We hope that you approve of the new look and name and welcome any comments.
                                                                                                                        Ed.

Shackleton emergency mid 1960’s by Dries van der Lith
In the mid sixties, somewhere over the Atlantic Ocean a message from a Shackleton Mk 3 Maritime Long Range Patrol
aircraft of the South African Air Force at 0700B hours shattered the tranquil silence in the Air Force Base Ysterplaat
Control Tower with an urgent call of: “Securité, securité, securité!!!” That meant, we have got serious problems but
cannot yet define it.
Let us first get the background to this story. The Republic of South Africa was mostly at peace with the world at that
time, but was diligently preparing for war. It may perhaps not have been realized as a principle of war, but the
protectors of the Nation knew that peacetime was the best time to shape up for the inevitable conflicts that will come.
Therefore this report will be written in the spirit of that period. Every flight was treated as an operational sortie with
the appropriate security classification. Call signs were masked to confuse the enemy, positions and times were changed
to confuse, -- ah, well, those that did not need to know what was going on, and those that did not listen to briefings.
Therefore don’t try to make sense out of the paraphernalia and smokescreens that are so necessary to relate this
happening. For reasons dictated by Air Staff Intelligence, thus in the dire interests of the safety of the Country itself,
and for the protection of individuals themselves, names places and even minor little facts may have been substituted by
more credible touches of ingenuity that may appear to the casual reader as fact. (To such an extent that some readers
may think they were there, but were not, and vice versa!). The Shackleton mission - call sign ‘Shady 07’, was planned to
search for and reconnoitre with a vessel known only as ‘Amigo’, about a thousand nautical miles west of Cape Town.
Vital information of international importance would be exchanged. Total flight time estimated at 16 hours, touching on
the limits of the aircrafts flight endurance. The return journey, to rendezvous and back would take about 7 hours. The
other 9 hours were search, patrol and look again. After a total flight time of 12 hours the captain of ‘Shady 07’ Oom
Chris Lombard declared ‘Amigo’ could not be found or contacted and ordered course to be set for home. The
operational requirements were fulfilled, the political expectations did not realize. The highly rated young navigator,
whom for security purposes we will only refer to as Ken, having manoeuvred the tactical movements of the aircraft up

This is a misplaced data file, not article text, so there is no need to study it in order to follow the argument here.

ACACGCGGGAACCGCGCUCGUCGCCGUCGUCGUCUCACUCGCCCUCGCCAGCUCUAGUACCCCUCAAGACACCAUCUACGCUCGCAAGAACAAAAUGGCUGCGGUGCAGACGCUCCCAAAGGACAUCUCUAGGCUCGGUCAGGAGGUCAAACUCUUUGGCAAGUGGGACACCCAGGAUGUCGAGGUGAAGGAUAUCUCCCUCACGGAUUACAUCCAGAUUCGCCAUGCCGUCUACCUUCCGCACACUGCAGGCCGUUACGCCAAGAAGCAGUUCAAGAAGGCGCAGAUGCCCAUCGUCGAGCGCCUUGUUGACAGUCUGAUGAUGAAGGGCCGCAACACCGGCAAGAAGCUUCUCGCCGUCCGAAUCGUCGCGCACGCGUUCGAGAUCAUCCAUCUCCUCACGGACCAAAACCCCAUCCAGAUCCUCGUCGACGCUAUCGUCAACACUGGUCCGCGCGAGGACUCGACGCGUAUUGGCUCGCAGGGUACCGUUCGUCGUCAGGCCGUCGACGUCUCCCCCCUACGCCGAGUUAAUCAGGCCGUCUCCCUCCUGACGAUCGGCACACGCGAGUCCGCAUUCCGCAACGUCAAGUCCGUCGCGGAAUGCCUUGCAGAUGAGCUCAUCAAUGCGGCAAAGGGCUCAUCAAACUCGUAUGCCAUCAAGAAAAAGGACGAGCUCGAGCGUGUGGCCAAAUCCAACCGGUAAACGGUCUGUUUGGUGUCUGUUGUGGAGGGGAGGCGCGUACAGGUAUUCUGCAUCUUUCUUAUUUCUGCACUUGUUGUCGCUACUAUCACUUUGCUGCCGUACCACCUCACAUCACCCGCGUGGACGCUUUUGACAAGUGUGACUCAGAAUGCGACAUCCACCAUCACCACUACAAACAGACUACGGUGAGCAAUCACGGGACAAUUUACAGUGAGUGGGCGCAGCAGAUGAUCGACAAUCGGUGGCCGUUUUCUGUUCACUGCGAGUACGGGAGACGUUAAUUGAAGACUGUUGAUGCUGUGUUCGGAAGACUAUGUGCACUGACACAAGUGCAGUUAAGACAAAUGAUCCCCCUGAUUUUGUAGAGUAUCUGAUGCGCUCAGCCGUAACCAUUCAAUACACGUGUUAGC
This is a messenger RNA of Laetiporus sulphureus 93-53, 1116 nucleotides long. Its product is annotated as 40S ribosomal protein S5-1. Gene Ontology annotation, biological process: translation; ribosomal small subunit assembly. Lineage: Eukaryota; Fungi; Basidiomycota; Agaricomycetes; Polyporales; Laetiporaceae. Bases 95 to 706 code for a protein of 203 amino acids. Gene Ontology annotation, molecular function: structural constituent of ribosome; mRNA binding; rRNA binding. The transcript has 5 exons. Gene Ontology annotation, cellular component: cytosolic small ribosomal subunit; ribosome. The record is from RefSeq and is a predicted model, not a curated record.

till then, was relieved from duty to take a well deserved break (read nap) in a prime location where other crew duties
would not disturb him – in the nose turret where the Shackleton sported a twin package of synchronized Hispano
20mm cannon. The weather was good, the lady of the sky seemed to vibrate with enthusiasm to get home, ‘George’
was on duty, it was snooze time, stand down and that glorious feeling of satisfaction of a sortie steering towards a task
well done as far as the Air Force was concerned. Just an hour to go to touchdown!
And then it happened. Chaos. Calamity.
                                                                                                         (To be continued)

Old Bill of the Order
At the Annual General Meeting of the Memorable Order of Tin Hats (MOTH) Ola Grinaker
from Knysna was appointed as Old Bill of the Order. It is an honory position for a year and
the holder of the office is invited to take the Chair at the AGM at Moth General
Headquarters at Warriors Gate in Durban.
Ola served in the SA Air Force as a helicopter pilot in 11, 17 and 19 Squadrons and
performed active service in Rhodesia, South West Africa and Angola. He was decorated
with the Honoris Crux medal in 1979. In 1983 he moved to Knysna and joined the MOTH
Albatross Shellhole and is currently serving as the Provincial Old Bill for Eastern Cape. He
has distinguished himself as a vigorous and active Moth participating in activities and
projects and his energetic support at MOTH social functions has earned him high regard
with fellow MOYHS.
Moth Grinaker has also been awarded the Certificate of True Comradeship and the Certificate for Excellent Service.
                                                                                                        Well done Ola! Ed.

Which people
Wife goes to supermarket, sees man's briefs on sale. She buys a dozen of the same colour. Goes home and gives hubby.
Hubby protests, "Why buy me the same colour? People will think I do not change underwear!!” Wife asks, "Which
people?"

                                                      Page 2 of 12
Snippets
44 SQUADRON RUGBY TEAM
                                                 I    was    scratching
                                                 through some old
                                                 things the other day